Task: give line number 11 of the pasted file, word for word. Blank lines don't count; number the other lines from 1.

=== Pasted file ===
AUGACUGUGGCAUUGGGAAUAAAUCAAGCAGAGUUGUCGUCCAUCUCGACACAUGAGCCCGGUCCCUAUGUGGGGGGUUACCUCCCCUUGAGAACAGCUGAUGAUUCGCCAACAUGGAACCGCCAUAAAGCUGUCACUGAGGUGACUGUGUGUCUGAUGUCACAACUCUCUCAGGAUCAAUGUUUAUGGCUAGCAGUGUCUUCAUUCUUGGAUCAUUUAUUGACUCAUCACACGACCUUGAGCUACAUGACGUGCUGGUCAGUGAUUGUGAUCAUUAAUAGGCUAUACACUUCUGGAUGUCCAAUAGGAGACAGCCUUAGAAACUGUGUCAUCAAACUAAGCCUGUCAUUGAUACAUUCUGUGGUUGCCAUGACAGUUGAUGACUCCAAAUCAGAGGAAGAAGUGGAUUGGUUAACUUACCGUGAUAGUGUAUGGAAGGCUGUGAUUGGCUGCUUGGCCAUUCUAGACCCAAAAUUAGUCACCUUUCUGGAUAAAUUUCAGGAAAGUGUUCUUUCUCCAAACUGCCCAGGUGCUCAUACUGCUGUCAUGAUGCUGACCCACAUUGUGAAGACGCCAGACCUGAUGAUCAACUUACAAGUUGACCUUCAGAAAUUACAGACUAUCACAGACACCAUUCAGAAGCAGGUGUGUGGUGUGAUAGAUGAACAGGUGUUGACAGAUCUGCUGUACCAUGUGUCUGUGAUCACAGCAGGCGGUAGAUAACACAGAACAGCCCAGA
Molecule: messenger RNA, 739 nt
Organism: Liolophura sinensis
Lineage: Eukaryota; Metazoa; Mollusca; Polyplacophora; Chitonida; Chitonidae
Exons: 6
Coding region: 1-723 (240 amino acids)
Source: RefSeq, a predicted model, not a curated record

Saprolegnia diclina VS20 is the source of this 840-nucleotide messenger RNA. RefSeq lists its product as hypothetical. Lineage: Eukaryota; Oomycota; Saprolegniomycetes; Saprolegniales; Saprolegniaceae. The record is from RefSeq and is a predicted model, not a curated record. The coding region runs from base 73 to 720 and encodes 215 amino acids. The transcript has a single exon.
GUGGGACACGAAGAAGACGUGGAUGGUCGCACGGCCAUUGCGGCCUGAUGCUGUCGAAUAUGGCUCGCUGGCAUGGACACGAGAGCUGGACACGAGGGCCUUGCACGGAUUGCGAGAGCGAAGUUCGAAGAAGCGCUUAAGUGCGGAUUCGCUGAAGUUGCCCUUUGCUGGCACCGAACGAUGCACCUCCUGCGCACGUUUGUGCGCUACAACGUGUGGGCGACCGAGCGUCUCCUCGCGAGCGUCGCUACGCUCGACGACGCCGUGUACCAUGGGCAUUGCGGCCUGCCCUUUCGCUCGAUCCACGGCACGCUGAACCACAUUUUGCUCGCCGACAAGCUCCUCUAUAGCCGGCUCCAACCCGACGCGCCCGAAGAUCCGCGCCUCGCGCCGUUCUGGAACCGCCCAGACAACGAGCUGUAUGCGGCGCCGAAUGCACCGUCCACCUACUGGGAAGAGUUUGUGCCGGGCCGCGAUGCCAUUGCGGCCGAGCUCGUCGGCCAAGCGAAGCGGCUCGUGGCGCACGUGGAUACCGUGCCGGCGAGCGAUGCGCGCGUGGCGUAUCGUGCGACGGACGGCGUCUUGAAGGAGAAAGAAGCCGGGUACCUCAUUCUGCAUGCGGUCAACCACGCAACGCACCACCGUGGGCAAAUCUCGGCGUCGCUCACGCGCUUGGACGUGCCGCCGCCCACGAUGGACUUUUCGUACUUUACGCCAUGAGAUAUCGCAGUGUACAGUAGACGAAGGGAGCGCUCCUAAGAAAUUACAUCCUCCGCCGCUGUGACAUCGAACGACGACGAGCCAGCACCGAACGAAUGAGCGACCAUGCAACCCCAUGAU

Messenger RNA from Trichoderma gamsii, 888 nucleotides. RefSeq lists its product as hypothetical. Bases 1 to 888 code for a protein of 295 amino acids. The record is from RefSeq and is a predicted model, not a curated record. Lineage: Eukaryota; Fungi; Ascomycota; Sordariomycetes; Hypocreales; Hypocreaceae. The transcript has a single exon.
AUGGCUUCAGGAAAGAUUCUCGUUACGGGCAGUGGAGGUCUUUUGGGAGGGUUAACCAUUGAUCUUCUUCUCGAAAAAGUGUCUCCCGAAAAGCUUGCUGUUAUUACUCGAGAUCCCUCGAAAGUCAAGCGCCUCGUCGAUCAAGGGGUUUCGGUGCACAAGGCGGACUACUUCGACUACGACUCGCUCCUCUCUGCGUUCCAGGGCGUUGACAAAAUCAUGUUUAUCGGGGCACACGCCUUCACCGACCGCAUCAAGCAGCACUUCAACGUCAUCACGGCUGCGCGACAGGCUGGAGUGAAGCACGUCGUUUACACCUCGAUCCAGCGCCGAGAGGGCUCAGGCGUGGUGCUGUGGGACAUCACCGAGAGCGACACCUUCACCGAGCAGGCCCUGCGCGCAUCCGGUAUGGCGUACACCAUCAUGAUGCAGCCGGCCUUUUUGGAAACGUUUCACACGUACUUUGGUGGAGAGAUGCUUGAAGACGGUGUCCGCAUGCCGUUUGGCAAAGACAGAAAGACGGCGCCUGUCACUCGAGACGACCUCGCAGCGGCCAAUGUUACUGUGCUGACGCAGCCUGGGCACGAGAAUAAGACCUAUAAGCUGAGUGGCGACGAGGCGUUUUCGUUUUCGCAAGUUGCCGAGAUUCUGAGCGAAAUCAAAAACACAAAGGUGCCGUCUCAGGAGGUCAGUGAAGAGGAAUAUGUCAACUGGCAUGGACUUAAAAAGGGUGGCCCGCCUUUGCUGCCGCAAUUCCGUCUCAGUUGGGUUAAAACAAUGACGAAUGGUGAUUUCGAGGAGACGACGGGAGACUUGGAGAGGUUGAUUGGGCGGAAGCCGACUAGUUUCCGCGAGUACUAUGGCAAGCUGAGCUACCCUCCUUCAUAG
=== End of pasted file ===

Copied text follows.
AUGGCUUCAGGAAAGAUUCUCGUUACGGGCAGUGGAGGUCUUUUGGGAGGGUUAACCAUUGAUCUUCUUCUCGAAAAAGUGUCUCCCGAAAAGCUUGCUGUUAUUACUCGAGAUCCCUCGAAAGUCAAGCGCCUCGUCGAUCAAGGGGUUUCGGUGCACAAGGCGGACUACUUCGACUACGACUCGCUCCUCUCUGCGUUCCAGGGCGUUGACAAAAUCAUGUUUAUCGGGGCACACGCCUUCACCGACCGCAUCAAGCAGCACUUCAACGUCAUCACGGCUGCGCGACAGGCUGGAGUGAAGCACGUCGUUUACACCUCGAUCCAGCGCCGAGAGGGCUCAGGCGUGGUGCUGUGGGACAUCACCGAGAGCGACACCUUCACCGAGCAGGCCCUGCGCGCAUCCGGUAUGGCGUACACCAUCAUGAUGCAGCCGGCCUUUUUGGAAACGUUUCACACGUACUUUGGUGGAGAGAUGCUUGAAGACGGUGUCCGCAUGCCGUUUGGCAAAGACAGAAAGACGGCGCCUGUCACUCGAGACGACCUCGCAGCGGCCAAUGUUACUGUGCUGACGCAGCCUGGGCACGAGAAUAAGACCUAUAAGCUGAGUGGCGACGAGGCGUUUUCGUUUUCGCAAGUUGCCGAGAUUCUGAGCGAAAUCAAAAACACAAAGGUGCCGUCUCAGGAGGUCAGUGAAGAGGAAUAUGUCAACUGGCAUGGACUUAAAAAGGGUGGCCCGCCUUUGCUGCCGCAAUUCCGUCUCAGUUGGGUUAAAACAAUGACGAAUGGUGAUUUCGAGGAGACGACGGGAGACUUGGAGAGGUUGAUUGGGCGGAAGCCGACUAGUUUCCGCGAGUACUAUGGCAAGCUGAGCUACCCUCCUUCAUAG